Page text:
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Old 15th August 2011, 09:56 PM   #1
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Thumbs up NE5532 Headphones Preamplifier/Amplifier with EQ

Hi guys this is my first DIY audio project, it's a Headphones Preamplifier/Amplifier based on a NE5532 opamp, BD139/140 transistors and ELNA SILMIC II electrolytic capacitors.
The power source comes from a 12V AC to DC wall plug, this is why i split supply.
The project is currently in progress, all was tested successfully except the EQ stage.
I test all my audio setup with wave generator, scope and when it's ok i launch a RMAA audio test.
I simulate all the circuit with ISIS, the PDF file is attached.
RMAA results are available if you want.
I will really appreciate your comments

Regards
Attached Files
File Type: pdf [Audio] PreAmp_board_final.PDF (68.4 KB, 533 views)
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Old 16th August 2011, 12:27 AM   #2
Art M is offline Art M  United States
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D8, D9 configuration looks wrong ?
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Old 16th August 2011, 07:13 AM   #3
kroto is offline kroto  Indonesia
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33dB (+ EQ boost) of gain is... wooow...
I think it's too high for a headphone amp.

use less than 20dB is good value.
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Old 16th August 2011, 01:55 PM   #4
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Quote:
Originally Posted by Art M
D8, D9 configuration looks wrong ?
Why does it look wrong? This is the basic push-pull setup with crossover diodes.

Quote:
Originally Posted by kroto View Post
33dB (+ EQ boost) of gain is... wooow...
I think it's too high for a headphone amp.

use less than 20dB is good value.
It's depend of the input level, i've tested it on several headphones with ipod input at 50% and it's the best IMO.
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Old 16th August 2011, 04:00 PM   #5
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PSU has a regulated positive, then depends on a theoretical perfectly matched set of resistors for the voltage divider to create a virtual ground. Scrap that, use a normal center tapped transformer and positive and negative rail regulators. If you absolutely insist on using the R3/R4 voltage divider instead, use lower value resistors and of course match them... dropping to 470 ohm for R3/R4 for example you're still only at 12mA loss, 9mA difference (negligible unless it's going to be battery powered but if it is, you don't need the regulation stage).

Why NE5532? It's ok, but I wouldn't use it just because someone else put it in a schematic if that's why it is the default choice. If you need a dual opamp DIP8 package, consider TI's OPA2107. Granted, it will make a little less difference because you have a buffer (push pull subcircuit) but I still feel it's a worthwhile change.

What is the C10, 10uF capacitor going to be? Giant expensive film cap or some little electrolytic? IMO, you can use a smaller value high quality film cap with a redesign.

Don't rely too much on your signal readings, that's not telling you how it's driving a load. Where is the push pull subcircuit? Put output from that in the feedback loop for the opamp "volume stage".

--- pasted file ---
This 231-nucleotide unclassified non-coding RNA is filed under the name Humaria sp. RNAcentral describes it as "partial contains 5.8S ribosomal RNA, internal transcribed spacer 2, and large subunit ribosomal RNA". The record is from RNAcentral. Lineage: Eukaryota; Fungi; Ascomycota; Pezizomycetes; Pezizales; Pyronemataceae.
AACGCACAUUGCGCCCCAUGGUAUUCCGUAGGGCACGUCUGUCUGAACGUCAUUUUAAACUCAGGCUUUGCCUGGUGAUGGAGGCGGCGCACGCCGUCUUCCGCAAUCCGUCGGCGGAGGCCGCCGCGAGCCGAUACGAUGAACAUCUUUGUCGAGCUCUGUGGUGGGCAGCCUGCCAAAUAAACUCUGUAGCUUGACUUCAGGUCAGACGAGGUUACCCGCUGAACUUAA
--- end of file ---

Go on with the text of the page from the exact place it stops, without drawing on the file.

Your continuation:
Also, 12V input and THEN split in half? That's close to the minimum spec of +-5V for the opamps. OK for low-z cans, but NE5532 can operate up to +-22V, better to use a 24V center tapped transformer and end up with roughly +-15VDC after positive and negative rail linear regulators and other losses... unless you just want to use parts you already have.

What's going on with the PSU R2 and R6 resistors? A decision that it's important to dial in an exact rounded off voltage (number)? That's a human fault, thinking it matters to have a round number, the circuit does not "care" so R6 is wasted and should be removed. Also, the voltage divider is a bit screwy, who specs use of an uncommon value of 82 ohms for R1? Ok it's not as rare as hen's teeth but ideally a circuit would use the most common components when possible. Not to nitpick, if you have an 82 ohm resistor lying around ok, otherwise pick more common values.

As for the choice of BD139/140, they are a fine choice, just be aware that to gain higher current (relative to typical TO92 package transistors commonly used in audio) you will lose a little resolution, smoother but less detailed audio. To some people this is a good thing, to others it is not. Using NE5532 will offset this a little, it's a pretty *honest*/uncolored sounding opamp while my suggestion above for OPA2107 with BD139/140 in the buffer could sound a little sedated to some people (again a personal/subjective decision...)

Last edited by !; 16th August 2011 at 04:28 PM.
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Old 16th August 2011, 04:38 PM   #6
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Also regarding BD139/140, and I am NOT necessarily suggesting you change them, but keep in mind that with typical >=32 ohm cans, at +-6V power rail voltage your output is limited to a little over 250mA so while you may or may not like these transistors the best, 1.5A transistors aren't "necessary"... I'd probably use them anyway, I like power margin in parts.

Last edited by !; 16th August 2011 at 04:40 PM.
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Old 16th August 2011, 05:11 PM   #7
Mooly is offline Mooly  United Kingdom
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Quote:
Originally Posted by Art M View Post
D8, D9 configuration looks wrong ?
I agree...

If you take the output stage in isolation and leave L_EQ "floating" or in other words "not connected" then Q3 and Q4 will conduct heavily being biased on via R7 and R8.

If L_EQ is now taken to ground potential (signal ground) which is the same DC potential as the opamp output driving it, then D8 and D9 do not conduct... they don't do anything...

In practice it may actually work (in that you get audio out) because the gain of the BD139/140 is low, R7 and R8 are "high", and the supplies are "low" so there may not be enough bias to fully saturate the transistors.

Have you measured the DC voltage at the output as it appears not to be under any kind of global feedback. Is it at 0.00volts with respect to signal ground.

Edit... The PSU is OK but an OP07 is overkill. A 741 type is all you need. You don't need any kind of precision at all. Signal ground is your reference point. R5 seems a touch low not leaving much current for the BD139/140. It will certainly all work though.
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Last edited by Mooly; 16th August 2011 at 05:20 PM.
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Old 16th August 2011, 07:15 PM   #8
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Quote:
Originally Posted by ! View Post